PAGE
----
Cyclone Idai caused significant flooding in Zimbabwe. Photo credit: Zinyange Autony / AFP
Currency depreciation and sharply rising prices for food, fertilizer, and fuel are diminishing household purchasing power and limiting access to livelihoods and sufficient food across much of Zimbabwe. As a result, approximately 3.8 million people in Zimbabwe—nearly 40 percent of the country's rural population—will likely be food-insecure during the January-to-March 2023 peak of the lean season.
Moreover, high levels of food insecurity are contributing to chronic malnutrition throughout the country, with nearly 25 percent of children ages five years and younger experiencing stunted growth in 2022, according to the UN World Food Program (WFP).
In addition, an estimated 23,000 refugees and asylum-seekers remained displaced in Zimbabwe as of September 2022, the majority of whom were located at Tongogara refugee camp and reliant on humanitarian food assistance to meet their daily needs, according to the UN.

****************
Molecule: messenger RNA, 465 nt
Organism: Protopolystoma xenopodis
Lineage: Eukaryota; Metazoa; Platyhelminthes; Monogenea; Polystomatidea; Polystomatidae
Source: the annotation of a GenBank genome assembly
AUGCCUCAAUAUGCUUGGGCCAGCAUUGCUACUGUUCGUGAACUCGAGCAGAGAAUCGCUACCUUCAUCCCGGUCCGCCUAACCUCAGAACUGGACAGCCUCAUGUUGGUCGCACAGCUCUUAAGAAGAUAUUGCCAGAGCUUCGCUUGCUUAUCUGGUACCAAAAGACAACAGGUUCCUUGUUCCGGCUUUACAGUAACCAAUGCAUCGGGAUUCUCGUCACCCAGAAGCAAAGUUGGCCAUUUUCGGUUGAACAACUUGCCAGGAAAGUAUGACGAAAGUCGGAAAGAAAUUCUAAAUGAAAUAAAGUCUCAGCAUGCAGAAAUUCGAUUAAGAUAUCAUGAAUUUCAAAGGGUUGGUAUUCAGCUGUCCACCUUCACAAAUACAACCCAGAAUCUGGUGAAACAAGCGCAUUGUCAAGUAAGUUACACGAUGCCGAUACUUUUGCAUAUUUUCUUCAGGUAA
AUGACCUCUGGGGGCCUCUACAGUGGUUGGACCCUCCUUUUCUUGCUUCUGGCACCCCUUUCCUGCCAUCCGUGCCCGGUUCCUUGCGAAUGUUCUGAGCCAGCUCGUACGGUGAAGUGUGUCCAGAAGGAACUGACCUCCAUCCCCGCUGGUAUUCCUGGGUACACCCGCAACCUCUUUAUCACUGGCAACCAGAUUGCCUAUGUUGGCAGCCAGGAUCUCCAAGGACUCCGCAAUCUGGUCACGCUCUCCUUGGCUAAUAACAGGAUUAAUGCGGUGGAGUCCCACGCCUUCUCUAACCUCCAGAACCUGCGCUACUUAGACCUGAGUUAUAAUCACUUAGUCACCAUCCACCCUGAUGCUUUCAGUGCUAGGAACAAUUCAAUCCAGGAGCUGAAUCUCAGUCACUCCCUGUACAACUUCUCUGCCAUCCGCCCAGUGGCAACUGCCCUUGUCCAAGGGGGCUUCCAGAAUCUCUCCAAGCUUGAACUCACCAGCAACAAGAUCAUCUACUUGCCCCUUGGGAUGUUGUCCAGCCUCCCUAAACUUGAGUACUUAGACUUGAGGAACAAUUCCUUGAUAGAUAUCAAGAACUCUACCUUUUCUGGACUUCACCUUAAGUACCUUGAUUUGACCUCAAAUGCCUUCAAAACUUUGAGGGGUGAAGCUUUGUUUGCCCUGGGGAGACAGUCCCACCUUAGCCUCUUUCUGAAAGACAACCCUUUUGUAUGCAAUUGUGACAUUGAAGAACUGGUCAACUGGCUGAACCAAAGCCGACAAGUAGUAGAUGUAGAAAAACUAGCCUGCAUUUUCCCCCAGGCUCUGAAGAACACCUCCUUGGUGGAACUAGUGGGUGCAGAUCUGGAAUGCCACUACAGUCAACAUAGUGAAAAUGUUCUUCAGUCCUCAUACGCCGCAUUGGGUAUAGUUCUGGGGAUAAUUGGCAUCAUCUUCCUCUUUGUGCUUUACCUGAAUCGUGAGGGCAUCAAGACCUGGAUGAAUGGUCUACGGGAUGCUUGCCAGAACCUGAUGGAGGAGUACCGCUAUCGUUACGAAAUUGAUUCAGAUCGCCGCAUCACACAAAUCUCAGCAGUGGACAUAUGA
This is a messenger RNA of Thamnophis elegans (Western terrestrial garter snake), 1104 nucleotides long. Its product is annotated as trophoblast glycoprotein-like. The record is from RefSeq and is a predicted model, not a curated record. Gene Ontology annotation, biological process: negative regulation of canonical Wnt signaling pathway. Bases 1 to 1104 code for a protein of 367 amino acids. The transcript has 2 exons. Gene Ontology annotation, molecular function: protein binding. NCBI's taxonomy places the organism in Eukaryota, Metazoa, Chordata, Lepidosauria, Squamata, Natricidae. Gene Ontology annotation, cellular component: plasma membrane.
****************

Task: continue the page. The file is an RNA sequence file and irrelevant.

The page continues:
Zimbabwe is susceptible to various recurrent shocks—including localized drought, floods, livestock diseases, and pest infestations—that hamper agricultural production and drive widespread food insecurity and other emergency needs. Volatile macroeconomic conditions have further diminished access to food and livelihoods among urban and rural households. USAID has responded to emergency needs resulting from drought and other disasters, while also supporting interventions to bolster community resilience to mitigate and respond to future shocks.
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